It wasn’t always like this. I mean, I wasn’t always like this. Here. In this god-forsaken strip mall in the valley of Los Angeles. No. Long ago, I was in paradise. I remember the scent of the mountains, the soft air on my skin. The sun and sea were never too far. Nature and her abundance surrounded me. How did it happen. How did I get here?
Life has its leaps and bounds, you know. I always excelled in music, and my mother dreamed of me going to the states to become a star. Yes, I dreamed too, you know. It was a far away and wondrous place, full of happiness, success, and opportunity. I had a huge imagination, and my mind wandered through the streets of New York. My musical gift fast became known around the island. So much so, that when traveling bands came through, they would ask me to play for their concerts. I gladly obliged, time and time again. I would get paid, and be able to help the family and save some money on the side. My expenses were minimal, food, maybe a beer here and there. So the rest of the money was a real help to my loved ones. Me, well, I really never had a taste for the material things.
Finally, when I was 19, the day came, when the band I played with in Jamaica asked me to tour with them. Of course I accepted the invitation. My family was more excited than I was. They practically packed my bags for me. I was going to do a year-long tour in the United States, beginning in NYC, hitting every nook and cranny between, and ending in LA, followed with a European tour. Needless to say, we toured, played, and stayed here and there. It was all a blur. I smoked more and more, slept less and less. Random women came in and went out the revolving door. I really never had enough time to establish a connection with anyone. It was go, go, go. I tired of it quickly. Days, turned into months, months, into years. Again, and again. I sent most of the money back to Jamaica. My little sister and my nephews needed it more than I did. I mailed monthly gift packages, and transferred cash continually over the years.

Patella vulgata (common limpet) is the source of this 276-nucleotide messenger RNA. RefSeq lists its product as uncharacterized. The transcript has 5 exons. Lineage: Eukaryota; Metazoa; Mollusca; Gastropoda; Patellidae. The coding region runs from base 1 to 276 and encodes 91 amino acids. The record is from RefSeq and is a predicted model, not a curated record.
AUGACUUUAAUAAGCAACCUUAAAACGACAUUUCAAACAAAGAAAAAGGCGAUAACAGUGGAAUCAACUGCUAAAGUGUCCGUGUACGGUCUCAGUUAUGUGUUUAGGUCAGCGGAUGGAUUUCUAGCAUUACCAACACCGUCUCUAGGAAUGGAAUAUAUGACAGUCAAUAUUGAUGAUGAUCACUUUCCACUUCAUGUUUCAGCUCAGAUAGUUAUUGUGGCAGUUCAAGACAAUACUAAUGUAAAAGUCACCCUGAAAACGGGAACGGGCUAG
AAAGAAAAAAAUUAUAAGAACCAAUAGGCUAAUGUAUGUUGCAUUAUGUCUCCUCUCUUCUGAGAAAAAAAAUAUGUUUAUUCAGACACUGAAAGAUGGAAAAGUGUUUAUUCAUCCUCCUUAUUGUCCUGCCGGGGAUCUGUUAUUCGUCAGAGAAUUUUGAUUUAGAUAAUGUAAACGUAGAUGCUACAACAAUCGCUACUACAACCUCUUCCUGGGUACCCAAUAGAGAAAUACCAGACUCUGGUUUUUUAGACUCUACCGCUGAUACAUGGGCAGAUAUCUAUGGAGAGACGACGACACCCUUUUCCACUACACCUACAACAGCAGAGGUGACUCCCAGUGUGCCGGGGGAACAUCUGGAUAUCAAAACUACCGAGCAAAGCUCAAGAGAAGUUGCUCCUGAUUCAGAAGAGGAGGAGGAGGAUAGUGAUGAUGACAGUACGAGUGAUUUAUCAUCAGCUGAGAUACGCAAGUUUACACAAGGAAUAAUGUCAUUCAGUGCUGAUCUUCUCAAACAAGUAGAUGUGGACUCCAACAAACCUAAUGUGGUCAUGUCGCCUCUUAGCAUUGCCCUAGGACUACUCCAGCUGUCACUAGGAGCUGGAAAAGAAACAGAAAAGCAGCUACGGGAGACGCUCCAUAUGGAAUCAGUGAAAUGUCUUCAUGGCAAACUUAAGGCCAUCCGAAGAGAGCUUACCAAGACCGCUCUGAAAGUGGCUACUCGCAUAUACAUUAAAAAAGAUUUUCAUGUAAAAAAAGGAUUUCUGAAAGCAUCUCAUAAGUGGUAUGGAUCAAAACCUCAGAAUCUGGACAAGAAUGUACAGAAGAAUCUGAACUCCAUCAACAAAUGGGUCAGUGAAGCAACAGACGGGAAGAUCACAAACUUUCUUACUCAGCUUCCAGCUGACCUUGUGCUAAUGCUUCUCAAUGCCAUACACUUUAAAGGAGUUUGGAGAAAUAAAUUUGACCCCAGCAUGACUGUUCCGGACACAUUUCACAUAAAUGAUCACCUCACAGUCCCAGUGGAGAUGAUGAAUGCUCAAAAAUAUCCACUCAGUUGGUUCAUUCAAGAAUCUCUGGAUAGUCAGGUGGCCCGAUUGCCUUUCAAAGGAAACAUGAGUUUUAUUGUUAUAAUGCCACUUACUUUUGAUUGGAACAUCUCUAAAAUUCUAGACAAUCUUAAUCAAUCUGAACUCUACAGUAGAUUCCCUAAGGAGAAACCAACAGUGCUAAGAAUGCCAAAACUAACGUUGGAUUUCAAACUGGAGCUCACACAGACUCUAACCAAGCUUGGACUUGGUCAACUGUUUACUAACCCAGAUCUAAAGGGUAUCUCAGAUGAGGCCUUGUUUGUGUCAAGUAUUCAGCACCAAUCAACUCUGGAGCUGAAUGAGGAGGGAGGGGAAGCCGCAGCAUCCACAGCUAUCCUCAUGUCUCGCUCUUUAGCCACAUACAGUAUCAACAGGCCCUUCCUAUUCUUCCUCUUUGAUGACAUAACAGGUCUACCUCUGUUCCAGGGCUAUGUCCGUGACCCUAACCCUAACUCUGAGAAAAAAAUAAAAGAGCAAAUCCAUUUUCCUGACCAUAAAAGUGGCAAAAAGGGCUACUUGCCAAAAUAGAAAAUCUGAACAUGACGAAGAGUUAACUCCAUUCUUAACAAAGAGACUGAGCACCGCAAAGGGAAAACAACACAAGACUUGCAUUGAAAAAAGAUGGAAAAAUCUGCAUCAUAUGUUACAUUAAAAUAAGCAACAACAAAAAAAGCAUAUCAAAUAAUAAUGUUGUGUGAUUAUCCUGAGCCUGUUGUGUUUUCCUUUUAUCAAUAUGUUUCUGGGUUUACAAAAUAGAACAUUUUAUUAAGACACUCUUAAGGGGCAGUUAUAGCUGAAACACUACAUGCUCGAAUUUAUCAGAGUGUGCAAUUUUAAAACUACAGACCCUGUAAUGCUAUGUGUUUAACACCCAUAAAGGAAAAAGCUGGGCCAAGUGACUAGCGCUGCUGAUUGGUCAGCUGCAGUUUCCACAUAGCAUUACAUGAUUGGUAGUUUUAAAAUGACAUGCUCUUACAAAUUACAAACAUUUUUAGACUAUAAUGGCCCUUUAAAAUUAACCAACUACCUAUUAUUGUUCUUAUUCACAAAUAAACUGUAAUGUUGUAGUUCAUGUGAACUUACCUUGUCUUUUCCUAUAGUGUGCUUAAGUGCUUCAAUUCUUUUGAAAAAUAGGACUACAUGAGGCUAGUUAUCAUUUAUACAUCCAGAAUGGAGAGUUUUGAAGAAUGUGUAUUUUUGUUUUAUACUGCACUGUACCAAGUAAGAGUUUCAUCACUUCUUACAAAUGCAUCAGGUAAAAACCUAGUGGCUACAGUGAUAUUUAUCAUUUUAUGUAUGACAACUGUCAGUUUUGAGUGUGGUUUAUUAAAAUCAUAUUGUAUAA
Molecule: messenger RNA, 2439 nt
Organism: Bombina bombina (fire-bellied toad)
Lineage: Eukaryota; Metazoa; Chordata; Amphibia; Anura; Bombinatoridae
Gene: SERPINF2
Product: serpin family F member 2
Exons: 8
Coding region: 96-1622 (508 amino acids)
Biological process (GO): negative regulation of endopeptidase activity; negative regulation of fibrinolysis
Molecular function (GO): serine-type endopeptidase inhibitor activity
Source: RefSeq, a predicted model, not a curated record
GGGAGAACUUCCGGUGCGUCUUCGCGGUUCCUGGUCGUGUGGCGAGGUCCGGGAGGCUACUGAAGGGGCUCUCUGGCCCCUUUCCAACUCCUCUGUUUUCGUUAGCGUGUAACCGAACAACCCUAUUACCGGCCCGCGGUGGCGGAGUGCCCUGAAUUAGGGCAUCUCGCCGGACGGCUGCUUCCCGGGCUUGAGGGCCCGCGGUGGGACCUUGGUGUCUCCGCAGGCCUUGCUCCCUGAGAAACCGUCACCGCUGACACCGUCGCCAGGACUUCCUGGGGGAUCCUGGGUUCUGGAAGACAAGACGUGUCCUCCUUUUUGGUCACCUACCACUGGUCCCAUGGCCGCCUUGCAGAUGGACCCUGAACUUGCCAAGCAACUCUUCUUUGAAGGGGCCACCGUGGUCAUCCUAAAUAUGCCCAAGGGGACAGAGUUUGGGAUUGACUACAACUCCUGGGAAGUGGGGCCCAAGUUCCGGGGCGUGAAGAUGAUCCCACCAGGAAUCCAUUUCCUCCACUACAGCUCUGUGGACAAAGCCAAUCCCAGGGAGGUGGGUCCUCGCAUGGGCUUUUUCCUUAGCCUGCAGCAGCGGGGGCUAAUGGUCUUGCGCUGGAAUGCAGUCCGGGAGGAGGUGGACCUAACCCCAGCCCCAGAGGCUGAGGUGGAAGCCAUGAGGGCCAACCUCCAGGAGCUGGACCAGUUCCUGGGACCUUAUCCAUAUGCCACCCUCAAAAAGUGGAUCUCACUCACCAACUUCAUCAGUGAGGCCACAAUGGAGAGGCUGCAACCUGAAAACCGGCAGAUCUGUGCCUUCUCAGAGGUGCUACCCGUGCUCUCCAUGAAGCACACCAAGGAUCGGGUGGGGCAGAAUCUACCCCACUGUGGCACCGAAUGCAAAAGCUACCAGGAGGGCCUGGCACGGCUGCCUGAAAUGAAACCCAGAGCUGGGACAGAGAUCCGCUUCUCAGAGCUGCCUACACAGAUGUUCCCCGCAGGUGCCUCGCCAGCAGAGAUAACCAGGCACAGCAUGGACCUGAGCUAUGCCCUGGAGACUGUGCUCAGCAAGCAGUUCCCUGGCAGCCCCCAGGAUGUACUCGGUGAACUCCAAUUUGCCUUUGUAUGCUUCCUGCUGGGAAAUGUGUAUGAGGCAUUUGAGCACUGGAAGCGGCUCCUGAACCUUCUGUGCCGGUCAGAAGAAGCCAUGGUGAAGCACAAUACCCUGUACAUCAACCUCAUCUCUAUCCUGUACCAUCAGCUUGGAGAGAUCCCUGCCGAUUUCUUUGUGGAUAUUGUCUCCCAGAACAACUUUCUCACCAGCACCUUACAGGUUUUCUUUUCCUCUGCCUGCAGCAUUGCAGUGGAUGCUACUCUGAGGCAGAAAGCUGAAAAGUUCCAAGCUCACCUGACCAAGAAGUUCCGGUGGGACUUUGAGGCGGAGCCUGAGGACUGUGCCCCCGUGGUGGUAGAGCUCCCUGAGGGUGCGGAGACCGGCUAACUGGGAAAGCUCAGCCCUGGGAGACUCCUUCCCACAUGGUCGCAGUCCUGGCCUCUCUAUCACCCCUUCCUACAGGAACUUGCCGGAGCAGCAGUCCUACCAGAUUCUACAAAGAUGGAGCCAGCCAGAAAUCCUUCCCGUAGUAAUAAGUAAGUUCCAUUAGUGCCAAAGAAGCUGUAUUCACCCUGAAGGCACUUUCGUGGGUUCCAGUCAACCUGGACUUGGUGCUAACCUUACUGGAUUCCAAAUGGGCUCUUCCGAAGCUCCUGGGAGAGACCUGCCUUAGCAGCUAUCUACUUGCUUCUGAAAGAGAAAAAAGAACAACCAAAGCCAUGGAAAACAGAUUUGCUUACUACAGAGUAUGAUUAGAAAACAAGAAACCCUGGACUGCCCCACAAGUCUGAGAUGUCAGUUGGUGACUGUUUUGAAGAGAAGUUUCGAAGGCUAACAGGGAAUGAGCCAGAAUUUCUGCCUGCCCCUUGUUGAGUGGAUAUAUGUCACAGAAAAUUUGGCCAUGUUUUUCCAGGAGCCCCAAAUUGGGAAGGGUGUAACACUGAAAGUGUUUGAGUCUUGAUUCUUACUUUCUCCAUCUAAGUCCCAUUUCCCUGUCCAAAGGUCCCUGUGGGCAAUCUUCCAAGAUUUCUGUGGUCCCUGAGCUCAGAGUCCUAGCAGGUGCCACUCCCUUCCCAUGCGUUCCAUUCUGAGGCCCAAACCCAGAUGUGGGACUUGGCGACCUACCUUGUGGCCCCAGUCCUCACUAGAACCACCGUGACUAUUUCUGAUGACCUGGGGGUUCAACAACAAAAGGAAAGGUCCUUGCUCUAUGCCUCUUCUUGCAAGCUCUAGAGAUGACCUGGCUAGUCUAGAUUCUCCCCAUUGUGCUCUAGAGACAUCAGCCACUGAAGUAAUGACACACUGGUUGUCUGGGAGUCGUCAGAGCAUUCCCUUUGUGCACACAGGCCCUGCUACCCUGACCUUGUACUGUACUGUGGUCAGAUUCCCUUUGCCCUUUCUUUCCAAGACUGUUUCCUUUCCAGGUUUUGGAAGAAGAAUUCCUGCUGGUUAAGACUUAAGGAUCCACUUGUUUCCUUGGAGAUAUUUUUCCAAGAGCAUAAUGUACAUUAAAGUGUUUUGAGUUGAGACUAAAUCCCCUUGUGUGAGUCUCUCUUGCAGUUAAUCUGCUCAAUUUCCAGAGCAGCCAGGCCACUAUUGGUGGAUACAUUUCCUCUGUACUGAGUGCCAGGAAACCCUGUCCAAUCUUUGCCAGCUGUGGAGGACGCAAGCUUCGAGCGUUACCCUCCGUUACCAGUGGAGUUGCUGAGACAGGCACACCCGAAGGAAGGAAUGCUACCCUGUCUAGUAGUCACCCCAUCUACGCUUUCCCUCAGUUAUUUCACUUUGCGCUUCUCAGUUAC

Occasionally, I would get to go back to my home. The island air would embrace me as soon as I exited the airport. My soul felt content from the moment my feet touched the ground on my beloved Jamaica. My heart would be overflowing with love and gratitude. But, all too soon, it would be time to board another flight to link up with another tour, and the pattern would continue on and on. Playing, getting paid, sending money back, I felt trapped in an endless cycle as well as a symbiotic relationship with my kin.
Years pass, they do. You blink and 5, then 10. Gone. Blink again, 15, and 20. A few more blinks, and more than 30 years passed by. Yes.
The last tour had ended, but I never told my family. I continued to send the money I always had. It was on a schedule, and as long as I sent it, I rarely heard back anymore. My account was getting low, dwindling, one could say.
I stayed here and there, a couch, lady friend, or guest room. Eventually, even the best of us wears out our welcome. I had not enough to get back to Jamaica, not enough to rent a room. Just my weary backpack, and my trusty flute remained. Shoes on my feet, thank god. Somehow, my inner strength kept my body strong, and those locks too.